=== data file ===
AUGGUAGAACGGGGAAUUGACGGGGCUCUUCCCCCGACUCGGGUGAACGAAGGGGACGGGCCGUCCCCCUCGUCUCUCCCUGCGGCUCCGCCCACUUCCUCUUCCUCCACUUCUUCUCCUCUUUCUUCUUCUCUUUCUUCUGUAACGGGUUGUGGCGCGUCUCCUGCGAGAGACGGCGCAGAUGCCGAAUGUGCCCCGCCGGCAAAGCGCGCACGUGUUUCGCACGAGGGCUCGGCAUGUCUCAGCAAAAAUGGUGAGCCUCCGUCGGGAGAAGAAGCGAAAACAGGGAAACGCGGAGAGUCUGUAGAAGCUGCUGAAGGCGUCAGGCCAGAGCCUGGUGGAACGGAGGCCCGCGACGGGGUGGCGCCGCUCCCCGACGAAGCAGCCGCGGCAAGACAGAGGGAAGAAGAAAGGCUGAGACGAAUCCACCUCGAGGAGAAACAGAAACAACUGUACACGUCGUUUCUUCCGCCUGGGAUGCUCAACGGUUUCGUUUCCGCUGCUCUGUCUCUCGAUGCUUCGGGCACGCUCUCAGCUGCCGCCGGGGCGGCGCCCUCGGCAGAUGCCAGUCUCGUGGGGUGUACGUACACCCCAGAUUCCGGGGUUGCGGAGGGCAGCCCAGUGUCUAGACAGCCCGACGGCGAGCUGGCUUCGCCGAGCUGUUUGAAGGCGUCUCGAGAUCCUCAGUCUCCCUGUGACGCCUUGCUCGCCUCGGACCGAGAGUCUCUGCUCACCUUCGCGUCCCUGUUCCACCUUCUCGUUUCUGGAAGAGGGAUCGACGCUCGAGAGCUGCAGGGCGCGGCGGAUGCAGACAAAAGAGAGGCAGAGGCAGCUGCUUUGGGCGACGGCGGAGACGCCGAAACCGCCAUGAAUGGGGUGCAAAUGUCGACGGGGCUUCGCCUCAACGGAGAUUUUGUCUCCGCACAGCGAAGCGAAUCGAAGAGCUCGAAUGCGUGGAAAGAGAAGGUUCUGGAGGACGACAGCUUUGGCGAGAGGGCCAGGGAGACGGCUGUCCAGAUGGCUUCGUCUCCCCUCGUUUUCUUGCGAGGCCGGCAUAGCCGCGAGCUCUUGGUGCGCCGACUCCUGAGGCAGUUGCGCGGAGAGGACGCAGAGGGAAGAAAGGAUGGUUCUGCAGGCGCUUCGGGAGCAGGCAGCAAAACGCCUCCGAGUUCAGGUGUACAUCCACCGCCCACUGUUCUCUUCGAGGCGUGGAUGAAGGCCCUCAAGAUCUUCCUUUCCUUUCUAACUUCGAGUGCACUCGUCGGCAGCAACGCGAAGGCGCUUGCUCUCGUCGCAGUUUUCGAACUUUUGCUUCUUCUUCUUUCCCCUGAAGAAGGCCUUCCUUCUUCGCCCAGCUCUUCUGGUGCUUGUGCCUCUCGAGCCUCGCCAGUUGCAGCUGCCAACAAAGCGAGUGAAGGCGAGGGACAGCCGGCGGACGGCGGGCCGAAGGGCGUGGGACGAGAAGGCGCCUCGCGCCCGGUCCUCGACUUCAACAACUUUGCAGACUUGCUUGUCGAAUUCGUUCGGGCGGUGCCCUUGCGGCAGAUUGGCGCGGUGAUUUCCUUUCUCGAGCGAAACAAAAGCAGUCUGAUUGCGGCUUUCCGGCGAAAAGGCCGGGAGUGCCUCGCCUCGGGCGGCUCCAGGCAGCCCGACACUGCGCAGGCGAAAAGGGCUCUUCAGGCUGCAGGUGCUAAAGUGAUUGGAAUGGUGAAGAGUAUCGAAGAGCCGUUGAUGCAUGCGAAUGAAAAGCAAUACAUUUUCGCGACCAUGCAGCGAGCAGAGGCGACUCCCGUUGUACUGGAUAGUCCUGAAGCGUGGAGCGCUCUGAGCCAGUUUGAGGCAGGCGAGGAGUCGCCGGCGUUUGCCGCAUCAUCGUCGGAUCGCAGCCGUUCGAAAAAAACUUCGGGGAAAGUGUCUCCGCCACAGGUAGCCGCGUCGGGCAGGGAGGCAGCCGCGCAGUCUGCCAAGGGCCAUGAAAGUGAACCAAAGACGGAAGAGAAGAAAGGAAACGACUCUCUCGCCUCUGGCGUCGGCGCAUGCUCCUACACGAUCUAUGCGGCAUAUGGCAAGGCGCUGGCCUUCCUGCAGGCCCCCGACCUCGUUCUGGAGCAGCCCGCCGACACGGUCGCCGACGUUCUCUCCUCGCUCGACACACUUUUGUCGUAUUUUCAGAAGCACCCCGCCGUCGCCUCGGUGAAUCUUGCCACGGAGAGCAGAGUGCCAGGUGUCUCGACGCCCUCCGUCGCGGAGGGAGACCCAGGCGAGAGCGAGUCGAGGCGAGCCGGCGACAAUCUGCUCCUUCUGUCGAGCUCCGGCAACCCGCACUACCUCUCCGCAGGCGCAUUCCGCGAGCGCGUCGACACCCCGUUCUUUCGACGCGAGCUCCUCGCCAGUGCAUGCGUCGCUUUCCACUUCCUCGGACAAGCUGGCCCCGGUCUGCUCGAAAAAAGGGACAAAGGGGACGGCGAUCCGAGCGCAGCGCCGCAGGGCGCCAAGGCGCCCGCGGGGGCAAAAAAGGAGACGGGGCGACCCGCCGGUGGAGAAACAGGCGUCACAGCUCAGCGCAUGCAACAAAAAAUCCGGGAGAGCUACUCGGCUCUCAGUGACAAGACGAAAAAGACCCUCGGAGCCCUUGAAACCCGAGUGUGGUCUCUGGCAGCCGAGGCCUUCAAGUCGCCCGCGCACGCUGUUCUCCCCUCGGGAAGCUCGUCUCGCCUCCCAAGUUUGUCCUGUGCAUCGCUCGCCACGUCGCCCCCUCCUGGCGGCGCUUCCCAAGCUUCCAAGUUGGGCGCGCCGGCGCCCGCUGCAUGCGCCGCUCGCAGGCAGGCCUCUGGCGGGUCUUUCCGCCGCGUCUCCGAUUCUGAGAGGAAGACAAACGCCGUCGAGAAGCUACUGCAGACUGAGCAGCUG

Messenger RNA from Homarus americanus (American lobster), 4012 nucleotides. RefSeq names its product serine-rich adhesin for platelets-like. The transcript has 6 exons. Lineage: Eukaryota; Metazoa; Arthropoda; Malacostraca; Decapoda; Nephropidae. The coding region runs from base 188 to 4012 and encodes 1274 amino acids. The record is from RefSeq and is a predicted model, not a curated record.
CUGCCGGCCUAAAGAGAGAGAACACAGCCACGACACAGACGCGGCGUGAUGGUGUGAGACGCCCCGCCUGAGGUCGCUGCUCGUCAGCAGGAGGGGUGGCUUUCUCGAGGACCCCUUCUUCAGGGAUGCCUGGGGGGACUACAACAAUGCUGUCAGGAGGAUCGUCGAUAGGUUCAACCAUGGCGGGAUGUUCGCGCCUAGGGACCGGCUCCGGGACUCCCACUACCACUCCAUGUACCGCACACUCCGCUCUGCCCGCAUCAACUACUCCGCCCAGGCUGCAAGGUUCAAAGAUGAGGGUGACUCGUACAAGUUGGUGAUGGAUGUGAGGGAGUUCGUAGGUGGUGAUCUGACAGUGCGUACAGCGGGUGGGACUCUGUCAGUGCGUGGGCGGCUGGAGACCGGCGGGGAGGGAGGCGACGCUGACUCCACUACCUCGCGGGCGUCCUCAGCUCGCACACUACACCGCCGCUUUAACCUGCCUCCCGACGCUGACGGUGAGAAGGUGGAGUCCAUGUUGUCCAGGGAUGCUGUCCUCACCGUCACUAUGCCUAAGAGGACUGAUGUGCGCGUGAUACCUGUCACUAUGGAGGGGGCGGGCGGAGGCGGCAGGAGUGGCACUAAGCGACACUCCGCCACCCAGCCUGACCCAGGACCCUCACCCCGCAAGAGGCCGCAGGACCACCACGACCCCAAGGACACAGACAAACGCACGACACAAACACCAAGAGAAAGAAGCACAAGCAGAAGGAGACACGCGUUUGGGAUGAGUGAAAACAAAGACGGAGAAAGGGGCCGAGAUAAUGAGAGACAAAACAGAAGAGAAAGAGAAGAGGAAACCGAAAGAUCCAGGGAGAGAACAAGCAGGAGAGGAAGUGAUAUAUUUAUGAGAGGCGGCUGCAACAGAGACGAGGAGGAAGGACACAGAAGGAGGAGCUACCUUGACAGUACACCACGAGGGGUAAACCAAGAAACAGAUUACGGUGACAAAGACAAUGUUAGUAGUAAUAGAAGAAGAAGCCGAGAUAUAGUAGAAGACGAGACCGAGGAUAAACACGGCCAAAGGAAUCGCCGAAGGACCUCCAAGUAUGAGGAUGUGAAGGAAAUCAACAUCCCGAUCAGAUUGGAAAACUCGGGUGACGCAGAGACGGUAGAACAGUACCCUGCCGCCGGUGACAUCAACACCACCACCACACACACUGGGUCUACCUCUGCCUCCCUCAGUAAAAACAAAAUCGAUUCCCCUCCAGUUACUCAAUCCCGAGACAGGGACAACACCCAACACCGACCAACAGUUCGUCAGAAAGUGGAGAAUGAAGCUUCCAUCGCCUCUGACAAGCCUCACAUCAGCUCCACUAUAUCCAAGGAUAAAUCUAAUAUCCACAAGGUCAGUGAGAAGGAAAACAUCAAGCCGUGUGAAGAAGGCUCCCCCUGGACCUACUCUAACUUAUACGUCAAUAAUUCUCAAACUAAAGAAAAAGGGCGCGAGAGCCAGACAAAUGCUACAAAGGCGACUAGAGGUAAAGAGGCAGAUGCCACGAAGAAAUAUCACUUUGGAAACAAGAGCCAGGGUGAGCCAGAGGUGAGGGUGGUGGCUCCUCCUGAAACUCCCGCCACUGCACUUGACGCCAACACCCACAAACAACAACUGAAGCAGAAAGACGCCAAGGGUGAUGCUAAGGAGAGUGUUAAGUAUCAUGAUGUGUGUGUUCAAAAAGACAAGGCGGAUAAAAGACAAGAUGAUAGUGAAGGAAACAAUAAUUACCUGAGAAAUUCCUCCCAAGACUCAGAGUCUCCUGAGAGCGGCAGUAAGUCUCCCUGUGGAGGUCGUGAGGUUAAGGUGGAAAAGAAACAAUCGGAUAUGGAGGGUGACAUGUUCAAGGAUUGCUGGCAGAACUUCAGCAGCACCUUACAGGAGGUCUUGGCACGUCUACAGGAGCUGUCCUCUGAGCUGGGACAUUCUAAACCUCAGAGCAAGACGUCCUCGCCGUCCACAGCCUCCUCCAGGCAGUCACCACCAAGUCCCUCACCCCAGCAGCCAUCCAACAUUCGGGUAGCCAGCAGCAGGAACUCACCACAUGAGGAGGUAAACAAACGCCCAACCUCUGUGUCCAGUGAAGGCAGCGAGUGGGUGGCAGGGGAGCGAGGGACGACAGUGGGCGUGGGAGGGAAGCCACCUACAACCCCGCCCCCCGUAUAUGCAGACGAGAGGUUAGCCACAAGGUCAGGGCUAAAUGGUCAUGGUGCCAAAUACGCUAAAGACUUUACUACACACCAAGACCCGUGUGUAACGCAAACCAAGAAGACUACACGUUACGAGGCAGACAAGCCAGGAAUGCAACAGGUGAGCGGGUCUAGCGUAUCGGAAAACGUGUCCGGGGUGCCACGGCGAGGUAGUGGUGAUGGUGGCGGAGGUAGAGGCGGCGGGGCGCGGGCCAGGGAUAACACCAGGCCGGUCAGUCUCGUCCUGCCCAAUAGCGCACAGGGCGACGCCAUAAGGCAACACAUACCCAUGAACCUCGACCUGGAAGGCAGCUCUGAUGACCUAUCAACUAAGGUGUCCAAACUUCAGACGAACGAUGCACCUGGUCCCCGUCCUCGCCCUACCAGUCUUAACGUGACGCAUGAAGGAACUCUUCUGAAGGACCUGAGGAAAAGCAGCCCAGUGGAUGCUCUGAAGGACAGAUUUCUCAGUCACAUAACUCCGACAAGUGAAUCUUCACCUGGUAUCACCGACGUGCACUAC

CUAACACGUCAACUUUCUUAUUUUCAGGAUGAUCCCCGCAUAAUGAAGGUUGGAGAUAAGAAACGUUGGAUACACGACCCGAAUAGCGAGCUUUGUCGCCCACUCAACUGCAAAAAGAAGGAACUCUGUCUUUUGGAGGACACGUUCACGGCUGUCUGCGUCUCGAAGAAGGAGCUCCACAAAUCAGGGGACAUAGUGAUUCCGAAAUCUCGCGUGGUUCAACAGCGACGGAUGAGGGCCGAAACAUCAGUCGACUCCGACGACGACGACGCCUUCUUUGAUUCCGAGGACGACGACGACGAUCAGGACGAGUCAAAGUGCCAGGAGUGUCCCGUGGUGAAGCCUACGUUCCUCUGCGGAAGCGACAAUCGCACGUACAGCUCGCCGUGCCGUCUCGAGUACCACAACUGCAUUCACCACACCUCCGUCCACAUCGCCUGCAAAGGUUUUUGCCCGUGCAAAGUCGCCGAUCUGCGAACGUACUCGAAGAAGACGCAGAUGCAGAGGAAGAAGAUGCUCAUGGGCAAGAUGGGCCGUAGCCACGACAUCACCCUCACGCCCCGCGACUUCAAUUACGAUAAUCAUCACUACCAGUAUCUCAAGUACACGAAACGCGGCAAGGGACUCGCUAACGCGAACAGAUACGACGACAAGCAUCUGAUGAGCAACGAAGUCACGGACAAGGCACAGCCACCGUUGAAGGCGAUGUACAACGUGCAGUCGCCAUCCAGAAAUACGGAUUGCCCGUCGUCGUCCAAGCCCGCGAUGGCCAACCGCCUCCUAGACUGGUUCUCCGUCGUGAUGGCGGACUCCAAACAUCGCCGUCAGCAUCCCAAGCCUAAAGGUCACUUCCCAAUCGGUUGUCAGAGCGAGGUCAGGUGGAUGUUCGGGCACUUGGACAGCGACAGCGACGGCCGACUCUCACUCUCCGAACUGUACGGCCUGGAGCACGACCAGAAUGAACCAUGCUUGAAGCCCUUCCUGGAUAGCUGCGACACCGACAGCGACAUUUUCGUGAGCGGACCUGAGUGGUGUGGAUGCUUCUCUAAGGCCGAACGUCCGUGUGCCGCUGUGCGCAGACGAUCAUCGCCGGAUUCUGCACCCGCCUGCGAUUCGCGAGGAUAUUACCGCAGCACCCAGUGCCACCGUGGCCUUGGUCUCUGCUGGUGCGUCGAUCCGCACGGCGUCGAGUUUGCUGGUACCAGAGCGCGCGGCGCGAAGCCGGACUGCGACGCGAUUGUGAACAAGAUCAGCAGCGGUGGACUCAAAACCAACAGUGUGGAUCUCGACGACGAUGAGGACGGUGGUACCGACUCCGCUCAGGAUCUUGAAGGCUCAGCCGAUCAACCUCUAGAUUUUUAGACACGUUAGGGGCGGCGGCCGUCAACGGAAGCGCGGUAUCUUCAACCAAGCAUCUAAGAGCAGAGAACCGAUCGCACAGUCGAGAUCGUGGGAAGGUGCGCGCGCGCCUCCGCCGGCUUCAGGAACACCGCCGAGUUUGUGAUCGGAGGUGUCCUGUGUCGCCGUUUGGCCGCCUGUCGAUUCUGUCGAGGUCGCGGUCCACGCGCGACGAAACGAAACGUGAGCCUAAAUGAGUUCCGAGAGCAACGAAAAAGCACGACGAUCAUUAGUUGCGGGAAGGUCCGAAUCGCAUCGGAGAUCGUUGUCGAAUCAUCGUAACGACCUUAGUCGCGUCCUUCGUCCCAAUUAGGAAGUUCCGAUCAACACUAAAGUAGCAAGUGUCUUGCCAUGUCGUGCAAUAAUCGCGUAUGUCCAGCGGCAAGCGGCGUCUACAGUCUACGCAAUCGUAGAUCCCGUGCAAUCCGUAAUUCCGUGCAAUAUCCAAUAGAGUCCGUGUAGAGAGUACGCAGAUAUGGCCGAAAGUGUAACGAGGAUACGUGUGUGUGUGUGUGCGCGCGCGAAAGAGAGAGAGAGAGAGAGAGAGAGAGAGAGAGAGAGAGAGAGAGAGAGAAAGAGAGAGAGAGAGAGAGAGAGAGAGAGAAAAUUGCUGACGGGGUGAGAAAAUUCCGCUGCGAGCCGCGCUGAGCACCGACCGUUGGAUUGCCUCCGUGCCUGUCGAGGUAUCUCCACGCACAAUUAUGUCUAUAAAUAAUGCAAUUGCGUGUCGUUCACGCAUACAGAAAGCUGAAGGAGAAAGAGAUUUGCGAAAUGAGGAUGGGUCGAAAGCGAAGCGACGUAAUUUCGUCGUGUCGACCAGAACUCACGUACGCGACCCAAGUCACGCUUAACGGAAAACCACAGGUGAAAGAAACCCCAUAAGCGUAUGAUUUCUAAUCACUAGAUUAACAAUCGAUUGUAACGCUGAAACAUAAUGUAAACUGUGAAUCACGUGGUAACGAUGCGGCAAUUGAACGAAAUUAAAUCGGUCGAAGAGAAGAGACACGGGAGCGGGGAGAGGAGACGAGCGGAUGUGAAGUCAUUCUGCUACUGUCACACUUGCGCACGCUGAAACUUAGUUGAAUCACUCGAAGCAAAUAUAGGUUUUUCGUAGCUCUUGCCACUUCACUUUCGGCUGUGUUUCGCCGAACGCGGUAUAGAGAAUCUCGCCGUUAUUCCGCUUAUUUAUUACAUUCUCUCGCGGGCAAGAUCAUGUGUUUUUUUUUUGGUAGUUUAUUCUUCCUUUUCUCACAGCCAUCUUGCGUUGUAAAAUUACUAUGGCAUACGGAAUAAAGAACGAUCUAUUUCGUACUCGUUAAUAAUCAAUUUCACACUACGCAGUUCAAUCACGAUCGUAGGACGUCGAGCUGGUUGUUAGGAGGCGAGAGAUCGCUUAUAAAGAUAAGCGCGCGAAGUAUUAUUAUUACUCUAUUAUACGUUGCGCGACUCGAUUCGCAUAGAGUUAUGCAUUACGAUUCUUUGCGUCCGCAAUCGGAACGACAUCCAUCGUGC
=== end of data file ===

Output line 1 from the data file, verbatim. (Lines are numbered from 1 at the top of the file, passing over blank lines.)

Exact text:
AUGGUAGAACGGGGAAUUGACGGGGCUCUUCCCCCGACUCGGGUGAACGAAGGGGACGGGCCGUCCCCCUCGUCUCUCCCUGCGGCUCCGCCCACUUCCUCUUCCUCCACUUCUUCUCCUCUUUCUUCUUCUCUUUCUUCUGUAACGGGUUGUGGCGCGUCUCCUGCGAGAGACGGCGCAGAUGCCGAAUGUGCCCCGCCGGCAAAGCGCGCACGUGUUUCGCACGAGGGCUCGGCAUGUCUCAGCAAAAAUGGUGAGCCUCCGUCGGGAGAAGAAGCGAAAACAGGGAAACGCGGAGAGUCUGUAGAAGCUGCUGAAGGCGUCAGGCCAGAGCCUGGUGGAACGGAGGCCCGCGACGGGGUGGCGCCGCUCCCCGACGAAGCAGCCGCGGCAAGACAGAGGGAAGAAGAAAGGCUGAGACGAAUCCACCUCGAGGAGAAACAGAAACAACUGUACACGUCGUUUCUUCCGCCUGGGAUGCUCAACGGUUUCGUUUCCGCUGCUCUGUCUCUCGAUGCUUCGGGCACGCUCUCAGCUGCCGCCGGGGCGGCGCCCUCGGCAGAUGCCAGUCUCGUGGGGUGUACGUACACCCCAGAUUCCGGGGUUGCGGAGGGCAGCCCAGUGUCUAGACAGCCCGACGGCGAGCUGGCUUCGCCGAGCUGUUUGAAGGCGUCUCGAGAUCCUCAGUCUCCCUGUGACGCCUUGCUCGCCUCGGACCGAGAGUCUCUGCUCACCUUCGCGUCCCUGUUCCACCUUCUCGUUUCUGGAAGAGGGAUCGACGCUCGAGAGCUGCAGGGCGCGGCGGAUGCAGACAAAAGAGAGGCAGAGGCAGCUGCUUUGGGCGACGGCGGAGACGCCGAAACCGCCAUGAAUGGGGUGCAAAUGUCGACGGGGCUUCGCCUCAACGGAGAUUUUGUCUCCGCACAGCGAAGCGAAUCGAAGAGCUCGAAUGCGUGGAAAGAGAAGGUUCUGGAGGACGACAGCUUUGGCGAGAGGGCCAGGGAGACGGCUGUCCAGAUGGCUUCGUCUCCCCUCGUUUUCUUGCGAGGCCGGCAUAGCCGCGAGCUCUUGGUGCGCCGACUCCUGAGGCAGUUGCGCGGAGAGGACGCAGAGGGAAGAAAGGAUGGUUCUGCAGGCGCUUCGGGAGCAGGCAGCAAAACGCCUCCGAGUUCAGGUGUACAUCCACCGCCCACUGUUCUCUUCGAGGCGUGGAUGAAGGCCCUCAAGAUCUUCCUUUCCUUUCUAACUUCGAGUGCACUCGUCGGCAGCAACGCGAAGGCGCUUGCUCUCGUCGCAGUUUUCGAACUUUUGCUUCUUCUUCUUUCCCCUGAAGAAGGCCUUCCUUCUUCGCCCAGCUCUUCUGGUGCUUGUGCCUCUCGAGCCUCGCCAGUUGCAGCUGCCAACAAAGCGAGUGAAGGCGAGGGACAGCCGGCGGACGGCGGGCCGAAGGGCGUGGGACGAGAAGGCGCCUCGCGCCCGGUCCUCGACUUCAACAACUUUGCAGACUUGCUUGUCGAAUUCGUUCGGGCGGUGCCCUUGCGGCAGAUUGGCGCGGUGAUUUCCUUUCUCGAGCGAAACAAAAGCAGUCUGAUUGCGGCUUUCCGGCGAAAAGGCCGGGAGUGCCUCGCCUCGGGCGGCUCCAGGCAGCCCGACACUGCGCAGGCGAAAAGGGCUCUUCAGGCUGCAGGUGCUAAAGUGAUUGGAAUGGUGAAGAGUAUCGAAGAGCCGUUGAUGCAUGCGAAUGAAAAGCAAUACAUUUUCGCGACCAUGCAGCGAGCAGAGGCGACUCCCGUUGUACUGGAUAGUCCUGAAGCGUGGAGCGCUCUGAGCCAGUUUGAGGCAGGCGAGGAGUCGCCGGCGUUUGCCGCAUCAUCGUCGGAUCGCAGCCGUUCGAAAAAAACUUCGGGGAAAGUGUCUCCGCCACAGGUAGCCGCGUCGGGCAGGGAGGCAGCCGCGCAGUCUGCCAAGGGCCAUGAAAGUGAACCAAAGACGGAAGAGAAGAAAGGAAACGACUCUCUCGCCUCUGGCGUCGGCGCAUGCUCCUACACGAUCUAUGCGGCAUAUGGCAAGGCGCUGGCCUUCCUGCAGGCCCCCGACCUCGUUCUGGAGCAGCCCGCCGACACGGUCGCCGACGUUCUCUCCUCGCUCGACACACUUUUGUCGUAUUUUCAGAAGCACCCCGCCGUCGCCUCGGUGAAUCUUGCCACGGAGAGCAGAGUGCCAGGUGUCUCGACGCCCUCCGUCGCGGAGGGAGACCCAGGCGAGAGCGAGUCGAGGCGAGCCGGCGACAAUCUGCUCCUUCUGUCGAGCUCCGGCAACCCGCACUACCUCUCCGCAGGCGCAUUCCGCGAGCGCGUCGACACCCCGUUCUUUCGACGCGAGCUCCUCGCCAGUGCAUGCGUCGCUUUCCACUUCCUCGGACAAGCUGGCCCCGGUCUGCUCGAAAAAAGGGACAAAGGGGACGGCGAUCCGAGCGCAGCGCCGCAGGGCGCCAAGGCGCCCGCGGGGGCAAAAAAGGAGACGGGGCGACCCGCCGGUGGAGAAACAGGCGUCACAGCUCAGCGCAUGCAACAAAAAAUCCGGGAGAGCUACUCGGCUCUCAGUGACAAGACGAAAAAGACCCUCGGAGCCCUUGAAACCCGAGUGUGGUCUCUGGCAGCCGAGGCCUUCAAGUCGCCCGCGCACGCUGUUCUCCCCUCGGGAAGCUCGUCUCGCCUCCCAAGUUUGUCCUGUGCAUCGCUCGCCACGUCGCCCCCUCCUGGCGGCGCUUCCCAAGCUUCCAAGUUGGGCGCGCCGGCGCCCGCUGCAUGCGCCGCUCGCAGGCAGGCCUCUGGCGGGUCUUUCCGCCGCGUCUCCGAUUCUGAGAGGAAGACAAACGCCGUCGAGAAGCUACUGCAGACUGAGCAGCUG